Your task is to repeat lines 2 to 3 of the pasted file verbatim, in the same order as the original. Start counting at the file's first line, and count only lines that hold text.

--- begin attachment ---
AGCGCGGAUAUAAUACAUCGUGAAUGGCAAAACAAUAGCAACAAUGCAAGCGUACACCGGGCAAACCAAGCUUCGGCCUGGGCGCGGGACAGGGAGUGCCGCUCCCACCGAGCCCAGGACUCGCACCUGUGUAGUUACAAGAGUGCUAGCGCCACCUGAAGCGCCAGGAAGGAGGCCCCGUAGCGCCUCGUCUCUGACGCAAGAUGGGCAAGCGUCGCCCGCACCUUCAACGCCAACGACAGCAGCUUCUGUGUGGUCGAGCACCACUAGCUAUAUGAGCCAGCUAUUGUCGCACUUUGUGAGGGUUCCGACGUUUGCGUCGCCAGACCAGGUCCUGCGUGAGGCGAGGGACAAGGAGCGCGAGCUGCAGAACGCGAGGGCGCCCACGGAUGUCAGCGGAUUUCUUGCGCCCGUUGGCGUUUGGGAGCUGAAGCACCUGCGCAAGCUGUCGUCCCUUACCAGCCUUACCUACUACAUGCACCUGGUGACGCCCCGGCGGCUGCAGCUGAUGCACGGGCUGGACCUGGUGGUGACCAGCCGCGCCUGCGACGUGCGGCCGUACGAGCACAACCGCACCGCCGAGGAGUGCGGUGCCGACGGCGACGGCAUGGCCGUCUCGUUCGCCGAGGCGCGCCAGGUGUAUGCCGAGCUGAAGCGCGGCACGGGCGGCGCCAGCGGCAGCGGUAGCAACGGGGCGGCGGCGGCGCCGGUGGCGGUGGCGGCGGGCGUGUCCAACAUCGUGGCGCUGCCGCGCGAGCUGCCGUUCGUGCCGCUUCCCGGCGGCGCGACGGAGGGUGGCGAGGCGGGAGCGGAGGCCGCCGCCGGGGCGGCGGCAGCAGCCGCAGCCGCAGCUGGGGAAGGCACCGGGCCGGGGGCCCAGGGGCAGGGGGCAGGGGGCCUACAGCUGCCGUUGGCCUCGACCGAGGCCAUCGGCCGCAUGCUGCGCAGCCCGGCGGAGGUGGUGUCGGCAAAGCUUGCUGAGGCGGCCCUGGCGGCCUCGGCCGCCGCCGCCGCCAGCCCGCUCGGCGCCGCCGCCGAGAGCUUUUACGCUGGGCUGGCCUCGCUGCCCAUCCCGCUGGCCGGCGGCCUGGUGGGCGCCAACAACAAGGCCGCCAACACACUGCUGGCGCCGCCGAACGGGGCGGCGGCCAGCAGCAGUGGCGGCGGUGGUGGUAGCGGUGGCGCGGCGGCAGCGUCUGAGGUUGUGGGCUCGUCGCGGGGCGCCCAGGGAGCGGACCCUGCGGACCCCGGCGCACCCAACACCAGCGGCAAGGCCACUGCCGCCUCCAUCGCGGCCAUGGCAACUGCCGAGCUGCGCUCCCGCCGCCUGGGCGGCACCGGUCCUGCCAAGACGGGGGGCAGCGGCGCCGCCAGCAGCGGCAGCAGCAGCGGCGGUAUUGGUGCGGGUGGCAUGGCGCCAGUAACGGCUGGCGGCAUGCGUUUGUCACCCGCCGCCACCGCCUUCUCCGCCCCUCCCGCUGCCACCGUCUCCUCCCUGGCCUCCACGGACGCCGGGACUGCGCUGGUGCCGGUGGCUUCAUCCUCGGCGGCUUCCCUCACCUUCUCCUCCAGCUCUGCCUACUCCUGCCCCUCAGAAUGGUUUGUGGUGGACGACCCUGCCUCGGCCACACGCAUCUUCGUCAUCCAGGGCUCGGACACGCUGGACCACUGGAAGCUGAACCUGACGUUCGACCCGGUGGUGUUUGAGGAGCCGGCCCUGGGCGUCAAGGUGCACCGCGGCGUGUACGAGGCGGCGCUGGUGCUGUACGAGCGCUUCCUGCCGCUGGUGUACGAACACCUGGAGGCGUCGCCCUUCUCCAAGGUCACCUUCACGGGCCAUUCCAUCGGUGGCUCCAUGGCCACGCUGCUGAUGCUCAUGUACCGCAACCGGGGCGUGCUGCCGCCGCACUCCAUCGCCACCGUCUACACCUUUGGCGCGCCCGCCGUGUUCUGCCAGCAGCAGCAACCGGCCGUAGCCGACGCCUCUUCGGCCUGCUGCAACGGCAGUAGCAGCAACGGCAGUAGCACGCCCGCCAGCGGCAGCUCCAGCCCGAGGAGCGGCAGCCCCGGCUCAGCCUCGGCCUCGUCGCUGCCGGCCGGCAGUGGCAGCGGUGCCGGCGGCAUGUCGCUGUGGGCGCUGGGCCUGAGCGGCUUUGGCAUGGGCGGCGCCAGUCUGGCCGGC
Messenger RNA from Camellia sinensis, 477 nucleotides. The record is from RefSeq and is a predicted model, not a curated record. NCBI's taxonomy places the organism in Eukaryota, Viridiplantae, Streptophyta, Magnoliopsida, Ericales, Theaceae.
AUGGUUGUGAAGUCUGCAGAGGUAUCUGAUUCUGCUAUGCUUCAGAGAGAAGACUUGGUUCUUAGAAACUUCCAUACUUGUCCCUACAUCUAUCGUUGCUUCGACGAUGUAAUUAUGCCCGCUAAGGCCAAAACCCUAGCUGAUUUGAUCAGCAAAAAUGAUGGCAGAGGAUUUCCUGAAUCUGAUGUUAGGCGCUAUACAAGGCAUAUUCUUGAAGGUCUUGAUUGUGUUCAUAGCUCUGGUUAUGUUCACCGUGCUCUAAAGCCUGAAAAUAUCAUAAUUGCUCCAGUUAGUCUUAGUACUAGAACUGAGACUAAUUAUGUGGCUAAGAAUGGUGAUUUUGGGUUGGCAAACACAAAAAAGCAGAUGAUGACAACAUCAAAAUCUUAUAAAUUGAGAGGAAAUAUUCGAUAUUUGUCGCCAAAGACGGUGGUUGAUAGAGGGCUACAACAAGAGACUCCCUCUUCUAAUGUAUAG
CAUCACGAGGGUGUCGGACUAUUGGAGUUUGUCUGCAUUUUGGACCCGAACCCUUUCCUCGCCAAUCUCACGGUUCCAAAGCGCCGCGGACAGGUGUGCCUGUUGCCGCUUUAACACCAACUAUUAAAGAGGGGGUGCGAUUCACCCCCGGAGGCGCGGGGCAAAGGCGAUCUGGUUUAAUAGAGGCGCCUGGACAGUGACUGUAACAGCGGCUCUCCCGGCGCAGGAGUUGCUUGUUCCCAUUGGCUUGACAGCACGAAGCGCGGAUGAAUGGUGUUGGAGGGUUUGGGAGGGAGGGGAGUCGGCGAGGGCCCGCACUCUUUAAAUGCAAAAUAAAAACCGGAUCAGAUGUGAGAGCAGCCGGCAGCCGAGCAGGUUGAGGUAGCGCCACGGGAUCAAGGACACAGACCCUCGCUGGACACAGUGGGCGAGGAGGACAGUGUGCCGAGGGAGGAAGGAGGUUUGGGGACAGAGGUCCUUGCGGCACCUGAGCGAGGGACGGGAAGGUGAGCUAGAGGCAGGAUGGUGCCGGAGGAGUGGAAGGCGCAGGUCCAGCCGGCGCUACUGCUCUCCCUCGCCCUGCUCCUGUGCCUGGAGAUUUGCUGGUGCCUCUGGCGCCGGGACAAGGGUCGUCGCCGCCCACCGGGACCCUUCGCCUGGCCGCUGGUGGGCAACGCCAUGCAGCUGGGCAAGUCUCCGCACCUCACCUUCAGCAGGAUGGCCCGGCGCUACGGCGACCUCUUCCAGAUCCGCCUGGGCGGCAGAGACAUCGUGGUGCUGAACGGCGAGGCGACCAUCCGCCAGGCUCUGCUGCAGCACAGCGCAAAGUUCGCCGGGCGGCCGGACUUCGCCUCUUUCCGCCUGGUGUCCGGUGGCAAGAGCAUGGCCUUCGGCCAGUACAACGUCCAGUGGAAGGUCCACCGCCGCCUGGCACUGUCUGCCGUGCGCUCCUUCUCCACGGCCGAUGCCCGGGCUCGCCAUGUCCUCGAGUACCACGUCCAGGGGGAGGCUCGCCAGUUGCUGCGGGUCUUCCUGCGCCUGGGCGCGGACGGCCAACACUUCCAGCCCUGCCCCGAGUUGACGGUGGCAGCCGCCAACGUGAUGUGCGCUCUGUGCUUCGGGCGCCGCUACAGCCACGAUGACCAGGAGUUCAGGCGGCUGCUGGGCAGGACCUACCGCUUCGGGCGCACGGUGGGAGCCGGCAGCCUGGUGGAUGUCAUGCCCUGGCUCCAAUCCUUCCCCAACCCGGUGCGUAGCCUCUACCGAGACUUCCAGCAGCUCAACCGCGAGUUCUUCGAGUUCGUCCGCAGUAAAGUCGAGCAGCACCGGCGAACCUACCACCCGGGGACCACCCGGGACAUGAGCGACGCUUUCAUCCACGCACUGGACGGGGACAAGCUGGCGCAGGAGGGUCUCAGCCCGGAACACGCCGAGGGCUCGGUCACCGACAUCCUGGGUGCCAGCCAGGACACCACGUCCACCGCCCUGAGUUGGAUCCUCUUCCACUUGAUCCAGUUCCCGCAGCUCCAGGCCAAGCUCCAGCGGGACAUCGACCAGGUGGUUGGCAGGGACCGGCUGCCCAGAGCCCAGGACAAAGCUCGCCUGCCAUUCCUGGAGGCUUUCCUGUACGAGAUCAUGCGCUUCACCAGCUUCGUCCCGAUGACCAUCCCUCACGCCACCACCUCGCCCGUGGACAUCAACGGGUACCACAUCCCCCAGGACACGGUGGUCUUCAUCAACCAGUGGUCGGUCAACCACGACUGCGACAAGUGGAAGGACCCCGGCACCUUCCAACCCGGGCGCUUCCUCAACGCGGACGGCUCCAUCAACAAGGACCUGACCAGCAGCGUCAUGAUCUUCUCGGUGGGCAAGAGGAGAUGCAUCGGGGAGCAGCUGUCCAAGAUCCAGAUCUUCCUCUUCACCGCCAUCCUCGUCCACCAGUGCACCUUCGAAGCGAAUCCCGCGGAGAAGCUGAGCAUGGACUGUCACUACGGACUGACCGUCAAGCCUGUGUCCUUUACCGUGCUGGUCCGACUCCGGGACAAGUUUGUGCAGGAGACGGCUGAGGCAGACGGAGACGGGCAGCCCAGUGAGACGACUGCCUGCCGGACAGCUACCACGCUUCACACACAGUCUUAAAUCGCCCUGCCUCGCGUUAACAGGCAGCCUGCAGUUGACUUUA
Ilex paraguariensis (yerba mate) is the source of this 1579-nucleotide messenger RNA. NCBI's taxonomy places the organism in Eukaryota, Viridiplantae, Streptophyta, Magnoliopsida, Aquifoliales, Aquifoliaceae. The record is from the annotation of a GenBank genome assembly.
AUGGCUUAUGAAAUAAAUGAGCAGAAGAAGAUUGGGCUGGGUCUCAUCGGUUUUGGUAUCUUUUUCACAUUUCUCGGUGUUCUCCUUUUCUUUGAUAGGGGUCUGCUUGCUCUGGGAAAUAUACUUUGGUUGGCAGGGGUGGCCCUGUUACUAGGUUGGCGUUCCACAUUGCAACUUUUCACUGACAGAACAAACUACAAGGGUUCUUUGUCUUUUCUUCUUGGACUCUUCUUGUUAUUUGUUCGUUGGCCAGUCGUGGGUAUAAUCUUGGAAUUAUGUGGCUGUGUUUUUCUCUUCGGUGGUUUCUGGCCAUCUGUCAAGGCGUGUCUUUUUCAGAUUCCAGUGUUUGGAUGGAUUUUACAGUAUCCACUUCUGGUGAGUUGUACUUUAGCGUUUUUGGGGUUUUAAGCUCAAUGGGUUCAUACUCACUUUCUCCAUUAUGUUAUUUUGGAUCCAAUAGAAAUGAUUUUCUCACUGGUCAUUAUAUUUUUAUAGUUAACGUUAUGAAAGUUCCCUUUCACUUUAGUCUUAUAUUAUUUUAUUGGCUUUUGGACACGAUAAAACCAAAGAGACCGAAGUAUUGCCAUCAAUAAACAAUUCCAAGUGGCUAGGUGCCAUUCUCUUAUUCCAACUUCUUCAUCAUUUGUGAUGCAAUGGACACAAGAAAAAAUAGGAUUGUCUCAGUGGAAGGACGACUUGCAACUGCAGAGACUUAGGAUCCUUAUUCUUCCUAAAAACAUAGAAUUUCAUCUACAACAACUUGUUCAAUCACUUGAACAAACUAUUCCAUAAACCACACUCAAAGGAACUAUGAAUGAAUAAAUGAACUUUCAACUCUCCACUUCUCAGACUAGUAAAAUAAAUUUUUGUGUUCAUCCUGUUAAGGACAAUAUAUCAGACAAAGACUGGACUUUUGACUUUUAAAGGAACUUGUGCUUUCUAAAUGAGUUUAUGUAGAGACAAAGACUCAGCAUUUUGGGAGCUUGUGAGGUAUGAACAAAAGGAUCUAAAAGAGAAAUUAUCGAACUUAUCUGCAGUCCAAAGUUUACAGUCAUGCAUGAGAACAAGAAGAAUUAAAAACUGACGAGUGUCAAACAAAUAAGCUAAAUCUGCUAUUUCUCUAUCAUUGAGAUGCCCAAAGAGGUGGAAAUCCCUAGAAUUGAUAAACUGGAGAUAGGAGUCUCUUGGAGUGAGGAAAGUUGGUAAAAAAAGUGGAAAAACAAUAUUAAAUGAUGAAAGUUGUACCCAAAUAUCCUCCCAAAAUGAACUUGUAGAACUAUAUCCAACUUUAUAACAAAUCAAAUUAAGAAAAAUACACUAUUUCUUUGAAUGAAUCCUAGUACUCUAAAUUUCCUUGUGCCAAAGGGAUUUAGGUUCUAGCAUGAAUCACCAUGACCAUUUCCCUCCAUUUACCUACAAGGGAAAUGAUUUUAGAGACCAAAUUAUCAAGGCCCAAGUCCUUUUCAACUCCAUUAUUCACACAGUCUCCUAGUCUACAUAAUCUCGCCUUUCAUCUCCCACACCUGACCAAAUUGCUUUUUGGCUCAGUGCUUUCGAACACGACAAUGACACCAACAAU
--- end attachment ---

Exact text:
Messenger RNA from Camellia sinensis, 477 nucleotides. The record is from RefSeq and is a predicted model, not a curated record. NCBI's taxonomy places the organism in Eukaryota, Viridiplantae, Streptophyta, Magnoliopsida, Ericales, Theaceae.
AUGGUUGUGAAGUCUGCAGAGGUAUCUGAUUCUGCUAUGCUUCAGAGAGAAGACUUGGUUCUUAGAAACUUCCAUACUUGUCCCUACAUCUAUCGUUGCUUCGACGAUGUAAUUAUGCCCGCUAAGGCCAAAACCCUAGCUGAUUUGAUCAGCAAAAAUGAUGGCAGAGGAUUUCCUGAAUCUGAUGUUAGGCGCUAUACAAGGCAUAUUCUUGAAGGUCUUGAUUGUGUUCAUAGCUCUGGUUAUGUUCACCGUGCUCUAAAGCCUGAAAAUAUCAUAAUUGCUCCAGUUAGUCUUAGUACUAGAACUGAGACUAAUUAUGUGGCUAAGAAUGGUGAUUUUGGGUUGGCAAACACAAAAAAGCAGAUGAUGACAACAUCAAAAUCUUAUAAAUUGAGAGGAAAUAUUCGAUAUUUGUCGCCAAAGACGGUGGUUGAUAGAGGGCUACAACAAGAGACUCCCUCUUCUAAUGUAUAG